West Main Artists Co-op in Spartanburg will host the art exhibition “New Creations” Jan. 2-Feb. 2, 2019 to showcase the creative work of its seven newest members. It will be open and free for public viewing Tuesday-Saturday, 10 a.m.-4 p.m.
The seven presenting artists will be photographer Pete Harding, glass artist Richard Debus, ceramist Patrick Henry, painter Andy Donnan, glass artist Judy Martin, painter Roderice Cardell “TheMadddArtist,” and leather artist Dewi Maya. A public and free reception for this exhibit will be held on Thursday, Jan. 17, 5-9 p.m., during the city’s monthly ArtWalk.
“This is a most-important exhibit for the Co-op,” Chair Beth Regula said. “This is the opportunity for our newest members and their work to be introduced to the community and for the community to see what is new at the Co-op. This year, the exhibit is especially nice because of the diversity of the work. We have two painters, two glass artists, a ceramist, a photographer, and a leather artist. Each one of these artists had to apply to be a member at the Co-op, which included submitting samples of their work for consideration. These artists are at different stages of their artistic careers, but each has the quality and creativity that we look for at the Co-op. I encourage everyone to see this exhibit and get to know them and their work.”
Each of the artists were asked to comment on what inspires them, and their responses follow:
Harding said: “Growing up in England, my mother would take me for walks across the local fields and tell me about all of the wild flowers, birds, insects, and wildlife we would chance upon. I marveled at the wonders that might be found on a blade of grass or under a petal or leaf, and as I grew up and began to travel and hike across the UK I fell in love with the majestic landscapes. This is the inspiration for my photography, the desire to bring all the splendor and majesty of nature back from wherever I travel.”
Richard (Debus) has chosen fused glass as his favorite medium. He enjoys mixing glass colors, a little unbalanced and sometimes against the norm. Making plates, platters, and bowls, he describes them as "Color Makes Eating Fun." Richard has always liked art, starting at a young age watching his grandmother make mosaics using seeds and small pieces of tile. His hobby of stained glass kept him busy for 40 years while working for Ma Bell (Bell Telephone Company), and now enjoys fused glass since retiring in 2012.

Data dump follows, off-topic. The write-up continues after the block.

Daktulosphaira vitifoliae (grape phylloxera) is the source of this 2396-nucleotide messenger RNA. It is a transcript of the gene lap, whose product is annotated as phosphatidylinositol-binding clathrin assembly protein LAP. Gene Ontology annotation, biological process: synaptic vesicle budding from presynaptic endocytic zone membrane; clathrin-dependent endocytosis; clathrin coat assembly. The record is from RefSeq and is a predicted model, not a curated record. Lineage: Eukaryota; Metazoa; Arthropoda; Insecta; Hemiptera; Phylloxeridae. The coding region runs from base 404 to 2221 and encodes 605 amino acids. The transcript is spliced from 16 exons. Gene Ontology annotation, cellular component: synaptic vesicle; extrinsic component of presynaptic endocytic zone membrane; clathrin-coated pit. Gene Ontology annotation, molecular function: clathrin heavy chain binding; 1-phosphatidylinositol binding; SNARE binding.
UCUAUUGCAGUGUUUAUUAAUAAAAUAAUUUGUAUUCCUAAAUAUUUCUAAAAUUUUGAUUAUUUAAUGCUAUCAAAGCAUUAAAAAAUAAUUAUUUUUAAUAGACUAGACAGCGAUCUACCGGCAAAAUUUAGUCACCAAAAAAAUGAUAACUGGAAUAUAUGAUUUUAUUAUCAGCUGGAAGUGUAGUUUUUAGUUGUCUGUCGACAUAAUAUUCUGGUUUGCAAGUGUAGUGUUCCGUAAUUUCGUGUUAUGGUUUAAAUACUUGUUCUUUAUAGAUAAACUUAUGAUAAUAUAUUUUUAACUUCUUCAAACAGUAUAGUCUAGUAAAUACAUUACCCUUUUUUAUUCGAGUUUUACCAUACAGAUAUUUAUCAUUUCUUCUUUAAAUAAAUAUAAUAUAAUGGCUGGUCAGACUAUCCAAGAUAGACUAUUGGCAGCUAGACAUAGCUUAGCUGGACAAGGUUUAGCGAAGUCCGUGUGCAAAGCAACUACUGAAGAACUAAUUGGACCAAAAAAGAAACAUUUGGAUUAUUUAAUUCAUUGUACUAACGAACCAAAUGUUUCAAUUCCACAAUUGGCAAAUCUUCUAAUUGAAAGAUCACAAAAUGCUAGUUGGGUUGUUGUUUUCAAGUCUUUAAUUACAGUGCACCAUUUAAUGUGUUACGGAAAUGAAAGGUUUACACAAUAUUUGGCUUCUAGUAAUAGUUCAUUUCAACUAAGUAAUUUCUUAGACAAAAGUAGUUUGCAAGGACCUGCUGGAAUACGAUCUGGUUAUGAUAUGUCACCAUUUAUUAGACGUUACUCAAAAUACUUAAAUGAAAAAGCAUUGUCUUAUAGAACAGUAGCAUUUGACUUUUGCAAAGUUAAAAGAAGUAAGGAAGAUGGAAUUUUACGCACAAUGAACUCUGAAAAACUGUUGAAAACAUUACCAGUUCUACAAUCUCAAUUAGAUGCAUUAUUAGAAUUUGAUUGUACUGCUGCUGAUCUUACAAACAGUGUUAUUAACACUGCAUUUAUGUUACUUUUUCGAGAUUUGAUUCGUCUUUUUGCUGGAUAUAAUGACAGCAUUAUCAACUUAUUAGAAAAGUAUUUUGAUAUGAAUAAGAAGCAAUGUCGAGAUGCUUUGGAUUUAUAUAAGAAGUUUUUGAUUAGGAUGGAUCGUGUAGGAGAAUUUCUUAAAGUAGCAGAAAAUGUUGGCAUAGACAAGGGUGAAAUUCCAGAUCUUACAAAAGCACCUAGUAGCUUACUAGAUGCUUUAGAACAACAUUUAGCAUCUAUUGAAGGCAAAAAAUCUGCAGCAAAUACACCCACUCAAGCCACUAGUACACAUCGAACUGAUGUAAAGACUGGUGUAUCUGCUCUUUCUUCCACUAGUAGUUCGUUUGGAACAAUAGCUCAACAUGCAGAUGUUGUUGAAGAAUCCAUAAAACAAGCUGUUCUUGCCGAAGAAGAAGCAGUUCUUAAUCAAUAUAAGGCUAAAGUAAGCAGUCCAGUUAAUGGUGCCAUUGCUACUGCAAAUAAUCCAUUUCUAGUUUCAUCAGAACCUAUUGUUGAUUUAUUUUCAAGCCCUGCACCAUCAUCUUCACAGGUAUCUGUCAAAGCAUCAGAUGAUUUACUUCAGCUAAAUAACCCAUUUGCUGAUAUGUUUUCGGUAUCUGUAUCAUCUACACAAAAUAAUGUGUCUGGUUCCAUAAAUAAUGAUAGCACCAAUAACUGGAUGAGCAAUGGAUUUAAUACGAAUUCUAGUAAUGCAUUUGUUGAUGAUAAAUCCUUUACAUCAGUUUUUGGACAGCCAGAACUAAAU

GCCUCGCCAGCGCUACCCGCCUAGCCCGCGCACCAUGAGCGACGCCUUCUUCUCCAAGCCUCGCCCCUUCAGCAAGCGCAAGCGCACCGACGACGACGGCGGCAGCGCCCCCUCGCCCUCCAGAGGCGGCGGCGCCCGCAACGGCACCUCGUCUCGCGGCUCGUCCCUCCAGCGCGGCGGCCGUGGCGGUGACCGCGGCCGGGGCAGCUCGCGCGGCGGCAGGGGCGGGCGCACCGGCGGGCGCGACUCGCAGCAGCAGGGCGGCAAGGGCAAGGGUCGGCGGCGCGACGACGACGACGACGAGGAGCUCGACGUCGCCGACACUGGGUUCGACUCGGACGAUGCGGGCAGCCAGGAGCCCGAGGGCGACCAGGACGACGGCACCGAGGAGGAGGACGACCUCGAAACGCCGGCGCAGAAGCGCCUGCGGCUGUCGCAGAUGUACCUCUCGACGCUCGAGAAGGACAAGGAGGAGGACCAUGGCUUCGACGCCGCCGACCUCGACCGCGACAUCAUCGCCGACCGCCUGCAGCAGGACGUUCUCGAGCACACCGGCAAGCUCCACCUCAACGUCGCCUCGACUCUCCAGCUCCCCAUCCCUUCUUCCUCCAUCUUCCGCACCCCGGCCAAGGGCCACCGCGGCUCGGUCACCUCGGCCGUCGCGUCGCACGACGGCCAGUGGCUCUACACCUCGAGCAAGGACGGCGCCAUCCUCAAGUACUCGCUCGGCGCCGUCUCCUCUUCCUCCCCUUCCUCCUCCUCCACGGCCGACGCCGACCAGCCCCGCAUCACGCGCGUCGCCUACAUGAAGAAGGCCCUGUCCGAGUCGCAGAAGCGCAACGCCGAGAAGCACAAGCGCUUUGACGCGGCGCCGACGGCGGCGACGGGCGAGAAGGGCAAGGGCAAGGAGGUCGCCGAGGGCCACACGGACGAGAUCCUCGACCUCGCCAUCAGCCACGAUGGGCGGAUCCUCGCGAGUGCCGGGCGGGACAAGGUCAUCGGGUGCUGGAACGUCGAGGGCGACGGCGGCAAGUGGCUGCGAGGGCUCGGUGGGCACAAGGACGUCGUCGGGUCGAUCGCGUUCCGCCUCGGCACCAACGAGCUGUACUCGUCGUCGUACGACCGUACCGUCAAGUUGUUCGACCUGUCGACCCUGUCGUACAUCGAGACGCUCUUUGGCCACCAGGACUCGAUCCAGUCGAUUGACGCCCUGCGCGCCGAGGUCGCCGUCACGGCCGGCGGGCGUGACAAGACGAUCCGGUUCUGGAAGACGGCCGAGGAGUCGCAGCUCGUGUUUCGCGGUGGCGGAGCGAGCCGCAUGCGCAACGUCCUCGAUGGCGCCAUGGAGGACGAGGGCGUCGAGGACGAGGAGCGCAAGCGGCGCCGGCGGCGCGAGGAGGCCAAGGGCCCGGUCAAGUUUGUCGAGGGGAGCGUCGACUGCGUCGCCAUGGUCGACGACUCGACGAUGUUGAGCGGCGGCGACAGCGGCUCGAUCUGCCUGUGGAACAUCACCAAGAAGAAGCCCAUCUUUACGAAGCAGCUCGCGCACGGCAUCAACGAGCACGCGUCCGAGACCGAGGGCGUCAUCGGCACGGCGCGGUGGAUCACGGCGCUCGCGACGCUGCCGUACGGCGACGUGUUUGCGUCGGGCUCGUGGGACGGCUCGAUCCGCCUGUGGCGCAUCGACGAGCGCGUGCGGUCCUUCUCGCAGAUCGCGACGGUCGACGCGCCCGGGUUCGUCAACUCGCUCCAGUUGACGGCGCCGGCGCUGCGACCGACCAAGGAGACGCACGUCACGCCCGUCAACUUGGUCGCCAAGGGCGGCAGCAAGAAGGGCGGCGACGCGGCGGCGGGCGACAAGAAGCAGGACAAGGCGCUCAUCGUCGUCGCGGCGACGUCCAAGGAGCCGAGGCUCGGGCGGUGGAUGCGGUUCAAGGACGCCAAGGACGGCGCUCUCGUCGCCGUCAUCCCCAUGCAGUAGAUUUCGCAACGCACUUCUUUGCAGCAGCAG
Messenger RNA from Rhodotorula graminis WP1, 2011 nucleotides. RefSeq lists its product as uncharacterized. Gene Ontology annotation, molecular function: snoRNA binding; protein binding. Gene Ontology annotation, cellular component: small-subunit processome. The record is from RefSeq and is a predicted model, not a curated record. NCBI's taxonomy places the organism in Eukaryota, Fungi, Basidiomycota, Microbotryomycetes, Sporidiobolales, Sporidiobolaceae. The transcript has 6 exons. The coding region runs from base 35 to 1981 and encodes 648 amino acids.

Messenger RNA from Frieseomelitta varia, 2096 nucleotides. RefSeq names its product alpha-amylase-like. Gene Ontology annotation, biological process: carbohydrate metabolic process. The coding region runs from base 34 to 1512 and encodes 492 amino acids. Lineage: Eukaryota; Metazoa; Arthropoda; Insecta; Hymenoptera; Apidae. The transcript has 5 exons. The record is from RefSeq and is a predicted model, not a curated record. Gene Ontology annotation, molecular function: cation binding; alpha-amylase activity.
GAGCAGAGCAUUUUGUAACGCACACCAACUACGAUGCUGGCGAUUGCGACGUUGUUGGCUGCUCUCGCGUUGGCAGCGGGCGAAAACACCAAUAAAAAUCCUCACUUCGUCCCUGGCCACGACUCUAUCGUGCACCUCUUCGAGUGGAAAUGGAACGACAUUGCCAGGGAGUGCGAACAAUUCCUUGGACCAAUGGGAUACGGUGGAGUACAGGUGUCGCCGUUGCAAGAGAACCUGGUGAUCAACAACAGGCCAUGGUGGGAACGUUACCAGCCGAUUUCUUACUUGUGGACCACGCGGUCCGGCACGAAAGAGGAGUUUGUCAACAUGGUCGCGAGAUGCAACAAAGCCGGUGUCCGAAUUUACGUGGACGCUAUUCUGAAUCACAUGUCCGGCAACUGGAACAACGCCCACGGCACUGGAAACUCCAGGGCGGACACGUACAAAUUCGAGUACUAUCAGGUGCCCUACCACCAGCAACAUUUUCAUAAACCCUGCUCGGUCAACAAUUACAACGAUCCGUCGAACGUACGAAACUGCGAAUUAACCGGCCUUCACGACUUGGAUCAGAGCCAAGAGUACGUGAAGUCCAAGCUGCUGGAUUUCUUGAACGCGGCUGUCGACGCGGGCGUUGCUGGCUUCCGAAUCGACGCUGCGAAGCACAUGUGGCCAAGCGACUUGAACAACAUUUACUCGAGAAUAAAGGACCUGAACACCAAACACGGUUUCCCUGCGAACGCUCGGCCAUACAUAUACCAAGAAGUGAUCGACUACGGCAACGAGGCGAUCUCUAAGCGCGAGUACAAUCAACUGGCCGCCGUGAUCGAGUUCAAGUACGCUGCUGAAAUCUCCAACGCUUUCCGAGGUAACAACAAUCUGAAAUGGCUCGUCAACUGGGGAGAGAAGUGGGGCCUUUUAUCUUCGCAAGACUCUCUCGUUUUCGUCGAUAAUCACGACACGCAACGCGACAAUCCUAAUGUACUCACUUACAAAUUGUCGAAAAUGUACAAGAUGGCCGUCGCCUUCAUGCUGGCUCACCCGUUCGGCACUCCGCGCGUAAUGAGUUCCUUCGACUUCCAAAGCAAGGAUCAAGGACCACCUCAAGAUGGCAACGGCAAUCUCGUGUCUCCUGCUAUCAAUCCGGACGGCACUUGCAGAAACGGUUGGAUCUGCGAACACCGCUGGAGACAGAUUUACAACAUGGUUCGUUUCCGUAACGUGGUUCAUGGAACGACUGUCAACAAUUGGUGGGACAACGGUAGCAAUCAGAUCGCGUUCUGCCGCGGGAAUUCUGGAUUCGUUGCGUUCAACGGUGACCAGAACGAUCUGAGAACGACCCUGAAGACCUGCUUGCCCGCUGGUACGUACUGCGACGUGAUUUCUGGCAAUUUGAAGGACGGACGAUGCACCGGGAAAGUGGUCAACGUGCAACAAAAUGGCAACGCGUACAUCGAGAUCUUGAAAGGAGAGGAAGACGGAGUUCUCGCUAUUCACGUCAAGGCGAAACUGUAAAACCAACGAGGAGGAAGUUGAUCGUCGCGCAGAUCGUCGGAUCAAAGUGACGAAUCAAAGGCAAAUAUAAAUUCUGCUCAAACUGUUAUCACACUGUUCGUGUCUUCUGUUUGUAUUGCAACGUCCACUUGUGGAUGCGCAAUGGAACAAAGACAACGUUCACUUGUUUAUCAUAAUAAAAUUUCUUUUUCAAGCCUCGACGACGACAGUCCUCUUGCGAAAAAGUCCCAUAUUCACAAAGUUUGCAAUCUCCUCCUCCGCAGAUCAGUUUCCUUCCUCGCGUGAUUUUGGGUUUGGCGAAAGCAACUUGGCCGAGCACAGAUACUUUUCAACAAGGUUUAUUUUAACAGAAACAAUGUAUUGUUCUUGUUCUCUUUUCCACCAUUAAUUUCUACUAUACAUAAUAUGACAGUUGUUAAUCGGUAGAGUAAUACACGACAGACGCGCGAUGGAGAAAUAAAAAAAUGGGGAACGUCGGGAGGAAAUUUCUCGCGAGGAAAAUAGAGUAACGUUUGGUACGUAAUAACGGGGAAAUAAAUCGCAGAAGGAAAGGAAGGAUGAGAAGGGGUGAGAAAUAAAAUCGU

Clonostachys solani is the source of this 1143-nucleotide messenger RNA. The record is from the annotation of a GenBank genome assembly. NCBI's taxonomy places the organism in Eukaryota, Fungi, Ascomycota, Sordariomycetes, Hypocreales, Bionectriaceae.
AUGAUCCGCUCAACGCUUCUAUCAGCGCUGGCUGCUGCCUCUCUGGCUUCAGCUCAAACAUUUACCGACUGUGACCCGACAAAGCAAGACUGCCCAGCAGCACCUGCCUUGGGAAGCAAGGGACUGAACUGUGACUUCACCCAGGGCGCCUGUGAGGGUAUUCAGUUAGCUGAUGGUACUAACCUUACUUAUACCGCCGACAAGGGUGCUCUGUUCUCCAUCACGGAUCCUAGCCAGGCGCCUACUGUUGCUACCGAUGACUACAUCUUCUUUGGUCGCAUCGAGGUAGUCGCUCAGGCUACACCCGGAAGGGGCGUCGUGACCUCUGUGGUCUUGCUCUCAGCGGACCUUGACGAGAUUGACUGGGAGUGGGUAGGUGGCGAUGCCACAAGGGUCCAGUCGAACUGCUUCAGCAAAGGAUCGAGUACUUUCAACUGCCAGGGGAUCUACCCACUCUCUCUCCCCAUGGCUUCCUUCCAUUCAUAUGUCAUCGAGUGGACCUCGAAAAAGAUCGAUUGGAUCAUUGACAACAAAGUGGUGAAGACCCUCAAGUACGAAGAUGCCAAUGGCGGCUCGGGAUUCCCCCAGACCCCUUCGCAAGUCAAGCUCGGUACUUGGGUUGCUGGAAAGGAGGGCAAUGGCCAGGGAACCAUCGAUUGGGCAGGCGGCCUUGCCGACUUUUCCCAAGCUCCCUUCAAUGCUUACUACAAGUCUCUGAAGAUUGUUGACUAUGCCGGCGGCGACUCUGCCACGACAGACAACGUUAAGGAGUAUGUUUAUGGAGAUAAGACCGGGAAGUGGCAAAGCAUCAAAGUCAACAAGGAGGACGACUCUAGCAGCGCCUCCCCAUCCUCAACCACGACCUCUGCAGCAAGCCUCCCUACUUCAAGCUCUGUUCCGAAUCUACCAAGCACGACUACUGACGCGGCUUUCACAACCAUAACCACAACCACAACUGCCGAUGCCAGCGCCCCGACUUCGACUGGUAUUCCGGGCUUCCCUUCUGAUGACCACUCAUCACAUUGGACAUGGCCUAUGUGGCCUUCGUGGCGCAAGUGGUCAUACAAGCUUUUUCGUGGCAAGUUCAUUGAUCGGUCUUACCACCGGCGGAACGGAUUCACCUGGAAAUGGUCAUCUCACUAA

Henry said: “I am moved to make things that share harmony and humor. The classical ceramics of ancient Greece and Asia have a timeless balance that guides me to find harmony in my own work. And I want to have fun! There is a playfulness to much of my work, although I’m quite serious about getting to the smile. Good humor often sits atop something severe, asking us to pause and think beyond the laughter. And harmony would not exist without discord. Those are my guides to making.”
Donnan said: “I continually find differences in my style an adventure. The chance to escape the real world and to fall into my painting is a gift that I want to share with everyone. My subject matter is as varied as my color palette, and I hope some of my work speaks to you. I am lucky to show with such a diverse group of talented and supportive artists.”
Martin said: “The inspiration for my work comes from colors, water, sounds and nature in general. Almost anything that strikes me at the time that makes me smile, relax, and think. A rusted steel beam, a tombstone, and a building have inspired me. Thinking of what I can do with that image and putting it into glass is my real inspiration for my work.” Examples of her work can be found on her Facebook page https://www.facebook.com/fusingfun/.
Cardell said: “I believe everything is connected and everything is art. I usually begin a new painting with random brush strokes of color, or I sling paint onto the canvas to create violent and uncontrolled responses to the music. The work’s unpredictability and intuitively create a responsibility to the rhythm of the music and emotional connection I have with the content of the music. I connect sound to emotion, and I see colors when I hear the music. The music gives me a sense of direction when I create. Nothing is ever planned! I guess it takes the fun out of creating. Most of my most recent work has been influenced by taking a big risk and finding new combinations that I had not done before. It excites me to see my experiments come alive. Sometimes I think my paintings have a mind of their own. The way they speak to me while I meditate. I listen and the vibrations of the music in the room help me connect to my abilities and allow me to surrender to the canvas and become one with the art. As a musician, everything I create is full circle. When I create, life makes way more sense.”
Maya said: “Good work in my opinion is art that does not imitate the work of others. Good material and leather selection also support the beauty of a work of art. I am learning to be better and more honest in my art. Thank you for appreciating my creativity.”
West Main Artists Co-op is a non-profit arts agency located at 578 West Main St. in Spartanburg. It has about 50 members whose work spans the visual arts spectrum. It also has performance artists. Now in its tenth year, the Co-op routinely has three exhibitions each month, often showing the work of non-member guest artists. It is housed in a 20,000-square-foot converted church that includes studio space for the members, four galleries, two stages, and the largest collection of “for sale” art in the county. For more information, visit online: WestMainArtists.org.